Due to the good time we had the last time we went, and the fact that our personal pirate pal Captain Jane Swallow was going to be there, our family trucked down to Vergennes for the annual Kids Pirate Festival at the Lake Champlain Maritime Museum. There were no plans to fall off of any logs at that time. We were going to dress up as pirates, but then we didn’t, although we did pre-game a little bit by letting Ruby paint piratey things on all of us. Here is the skull and crossbones she painted on my arm.
We got there just in time to see Rockin’ Ron the Friendly Pirate do his show, which was a lot of fun and the kids were literally dancing in the aisles. As they do. There was a slight problem when our tiny destroyer went up to the front, sat down on the floor, and played with the pirate ship wheel until it broke, but Rockin’ Ron said not to worry about that. I think we are not the first family to destroy the friendly pirate’s wheel.
We left the theater and inched closer to destiny as we met up with Captain Jane and got some treasure from her treasure box. And that is not a metaphor or an innuendo. That is literal. And she suggested that we check out the boats. Yes, this year there were actual boats that the children could paddle around in, which was pretty much the most exciting thing that had ever happened to either one of them, so Ruby and Edward tore off toward shore, ready to get out onto the water. After a quick stop at the real pirate ship of course!
We got off of the pirate ship and walked past the log, completely unaware that it had it out for us. We continued on and waited in a very long line of children, all wishing to captain their own vessel for the first time. If I have one complaint with the event, it is this: one child was told, after waiting a long time in the line, that she was too tall to ride the boats once she got to the front. If there was a height/weight requirement, that should have been posted ahead of time. They almost didn’t let Ruby ride, and I was ready and willing to attack the poor, unsuspecting ride overlady, but she then decided that Ruby could give it a try, so I had to swallow down all of my prepared rage and save it for another day. Both Ruby and Edward went out on the boats, and it was their favorite thing of all time life.
Once we were done with the boats we started to walk back along the beach to the festival proper once more, which was when Ruby noticed the log. “Can I climb on that log?!” she begged. And so, moments later, my daughter was up on the slippery log, making her way across the slimy, green, algae-infested waters, trying to reach the tiny island that lay under the other end of the log. You can see the water conditions behind her in this picture.
She made it across, no problem. She did not fall off of the log. This prompted Edward to ask if he too could go on the log. I said, “Ask your mother,” which I feel the is the proper response to questions of danger and risk. We dads get a bad rap sometimes in terms of risk. I’m sure you have seen the memes of moms being protective and helicoptery, while the dads dangle their children off of the helicopter. I was not going to contribute to this stereotype by letting my son, whose medications rob him of his balance, crawl out onto a potentially hazardous log. I mean, I totally would have, but I was going to let his mother decide this one. She said it was fine, so out he went onto the log. And it he made it across, no problem. He did not fall off of the log.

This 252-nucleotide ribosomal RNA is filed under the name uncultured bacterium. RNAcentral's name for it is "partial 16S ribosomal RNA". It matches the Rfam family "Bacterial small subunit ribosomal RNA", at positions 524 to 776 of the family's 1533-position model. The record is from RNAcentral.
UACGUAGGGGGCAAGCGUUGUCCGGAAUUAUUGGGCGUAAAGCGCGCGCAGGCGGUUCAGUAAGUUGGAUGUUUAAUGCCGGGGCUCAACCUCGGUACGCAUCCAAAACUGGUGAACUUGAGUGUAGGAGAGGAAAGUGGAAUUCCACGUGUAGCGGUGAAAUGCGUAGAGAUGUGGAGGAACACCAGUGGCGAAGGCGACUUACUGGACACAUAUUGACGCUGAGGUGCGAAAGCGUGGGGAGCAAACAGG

One Edward got out there Ruby decided that she needed to get back. Getting back was not going to be as easy. The branches that made it so easy to get started were all on the other side now, and it was uphill. Ruby was struggling a bit to get over. But she made it. She did not fall off of the log. That made it Edward’s turn. “Just get down and crawl across!” my wife instructed him. He did this, and began to inch his way across the log, waiting for his chance to grab for a branch that would allow him to stand. The nearest branch was halfway across the log, and he finally made it, reaching his hand out to grab that steadying protrusion. And then, he missed. *SPLASH* He was in the water on his back, and none to happy about it. I’m sorry that I do not have a picture of this for you, but I was sprinting at that time.
If it was just the water, it might have been a little better, but poor Edward emerged from the lake looking like some sort of sea monster. Algae covered his little body. It was in his ears, all over his back, in his hair, on his arms and hands, and when he tried to brush water out of his face, it just spread there too. He was spitting algae out of his mouth between cries, and we tried to comfort him, feeling very parentally guilty for letting him go up there in the first place.
Luckily there were more fun things to do, like play pirate games and watch a remote control submarine swim around a giant tank. By the end of our visit, he was dried off and mostly algae-free. And we had a good piratey adventure story to tell. We went home happy, having avoided Davey Jones’ locker, and only slightly greener than before. Although be careful if you are planning to ride in my car. I think we’ll be picking algae out of it until the day we sell it.